There appears to be no limit to the ways in which 3D scanning can be applied. And more recently, it has begun making its mark on the food world.
Japanese company Nantsune, which has worked in the meat slicing industry since the 1920s, has developed a meat-slicing machine that uses 3D scanning technology to more accurately cut the meat. The machine, known as the Libra 165C, was designed to work with pork, but its use can likely be extended to other types of meat.
Traditionally, the meat industry has machines which cut meat in pieces that are the same size, but because this method doesn’t account for the thickness of a piece of meat, the weight varies. After the meat is cut, it is typically weighed and packaged that way.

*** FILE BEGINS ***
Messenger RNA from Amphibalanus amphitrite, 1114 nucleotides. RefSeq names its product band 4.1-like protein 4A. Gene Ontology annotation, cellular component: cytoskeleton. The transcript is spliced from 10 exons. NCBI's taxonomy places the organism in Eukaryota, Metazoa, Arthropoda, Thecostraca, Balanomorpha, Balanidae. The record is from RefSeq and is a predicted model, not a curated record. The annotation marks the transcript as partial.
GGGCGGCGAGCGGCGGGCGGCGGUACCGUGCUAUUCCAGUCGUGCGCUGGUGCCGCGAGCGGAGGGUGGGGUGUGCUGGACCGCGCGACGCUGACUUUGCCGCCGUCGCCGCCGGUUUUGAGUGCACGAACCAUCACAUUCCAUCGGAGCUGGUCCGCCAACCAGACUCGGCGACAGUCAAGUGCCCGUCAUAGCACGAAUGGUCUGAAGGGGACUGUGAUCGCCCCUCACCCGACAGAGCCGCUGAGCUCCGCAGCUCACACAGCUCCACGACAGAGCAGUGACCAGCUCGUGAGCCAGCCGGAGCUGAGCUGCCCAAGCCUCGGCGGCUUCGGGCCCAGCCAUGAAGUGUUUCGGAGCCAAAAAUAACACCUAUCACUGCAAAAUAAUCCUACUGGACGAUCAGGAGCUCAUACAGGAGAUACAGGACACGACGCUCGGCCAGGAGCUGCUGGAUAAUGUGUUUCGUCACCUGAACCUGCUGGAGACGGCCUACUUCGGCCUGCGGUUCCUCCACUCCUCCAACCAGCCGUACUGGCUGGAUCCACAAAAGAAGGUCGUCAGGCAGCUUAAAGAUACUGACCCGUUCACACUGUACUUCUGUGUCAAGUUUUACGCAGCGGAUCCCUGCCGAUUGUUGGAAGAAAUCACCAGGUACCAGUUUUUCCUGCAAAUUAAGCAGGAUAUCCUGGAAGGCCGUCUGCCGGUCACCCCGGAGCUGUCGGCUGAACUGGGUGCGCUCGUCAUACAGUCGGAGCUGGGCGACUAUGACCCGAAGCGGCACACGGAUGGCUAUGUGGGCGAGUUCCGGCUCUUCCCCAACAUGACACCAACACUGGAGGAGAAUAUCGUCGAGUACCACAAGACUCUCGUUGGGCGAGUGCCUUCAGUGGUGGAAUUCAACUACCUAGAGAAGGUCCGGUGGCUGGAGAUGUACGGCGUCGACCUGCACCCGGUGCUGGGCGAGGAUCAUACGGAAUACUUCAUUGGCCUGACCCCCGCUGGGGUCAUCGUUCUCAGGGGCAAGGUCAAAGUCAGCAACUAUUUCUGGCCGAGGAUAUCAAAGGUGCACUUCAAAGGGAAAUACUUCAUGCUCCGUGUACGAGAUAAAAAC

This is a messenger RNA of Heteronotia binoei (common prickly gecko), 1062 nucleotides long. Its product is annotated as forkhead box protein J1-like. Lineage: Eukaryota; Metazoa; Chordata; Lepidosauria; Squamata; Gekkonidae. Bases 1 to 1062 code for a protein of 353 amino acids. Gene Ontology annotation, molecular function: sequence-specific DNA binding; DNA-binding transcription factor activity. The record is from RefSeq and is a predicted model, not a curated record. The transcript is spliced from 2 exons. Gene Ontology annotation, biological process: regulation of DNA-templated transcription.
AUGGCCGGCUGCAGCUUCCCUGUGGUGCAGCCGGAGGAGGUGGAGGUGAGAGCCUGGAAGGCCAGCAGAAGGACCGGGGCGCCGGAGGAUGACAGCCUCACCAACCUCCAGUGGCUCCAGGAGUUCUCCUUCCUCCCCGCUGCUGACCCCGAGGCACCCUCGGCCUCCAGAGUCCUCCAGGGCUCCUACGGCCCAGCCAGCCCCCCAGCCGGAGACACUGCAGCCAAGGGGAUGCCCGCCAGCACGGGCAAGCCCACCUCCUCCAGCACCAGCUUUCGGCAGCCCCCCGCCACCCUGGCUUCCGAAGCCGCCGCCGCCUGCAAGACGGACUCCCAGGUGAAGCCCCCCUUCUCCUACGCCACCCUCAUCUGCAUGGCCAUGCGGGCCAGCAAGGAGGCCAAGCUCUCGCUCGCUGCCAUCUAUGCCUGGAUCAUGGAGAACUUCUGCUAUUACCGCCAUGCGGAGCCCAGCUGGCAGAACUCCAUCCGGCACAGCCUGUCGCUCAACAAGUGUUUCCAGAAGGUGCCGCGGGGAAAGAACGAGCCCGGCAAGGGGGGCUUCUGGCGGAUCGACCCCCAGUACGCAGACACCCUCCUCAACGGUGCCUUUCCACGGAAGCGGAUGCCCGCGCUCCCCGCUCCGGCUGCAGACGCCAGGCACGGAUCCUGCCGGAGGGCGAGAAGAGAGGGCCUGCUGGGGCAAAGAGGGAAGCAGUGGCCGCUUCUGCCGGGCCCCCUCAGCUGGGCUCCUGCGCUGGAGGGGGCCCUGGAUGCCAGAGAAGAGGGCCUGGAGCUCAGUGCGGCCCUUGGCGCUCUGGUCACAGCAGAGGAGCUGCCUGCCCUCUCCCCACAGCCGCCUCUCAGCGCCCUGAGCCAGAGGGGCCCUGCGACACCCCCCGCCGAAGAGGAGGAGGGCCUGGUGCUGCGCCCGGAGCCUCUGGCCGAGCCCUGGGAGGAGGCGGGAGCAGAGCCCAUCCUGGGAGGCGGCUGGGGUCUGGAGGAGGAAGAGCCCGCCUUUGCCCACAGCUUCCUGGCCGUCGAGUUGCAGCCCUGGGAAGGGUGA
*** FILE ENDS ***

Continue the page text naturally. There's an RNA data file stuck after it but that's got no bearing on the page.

With the Libra 165C, the meat is scanned just before it is sliced, with the cross-section of the meat taken into account. This results in pieces that are of various thickness or size, but all weigh the same. The best part? It’s speed. The machine can cut up to 6,000 slices per hour.
The machine will retail for approximately $160,000. Do you think it will become the standard in the meat industry? Watch the video below to see for yourself how it works: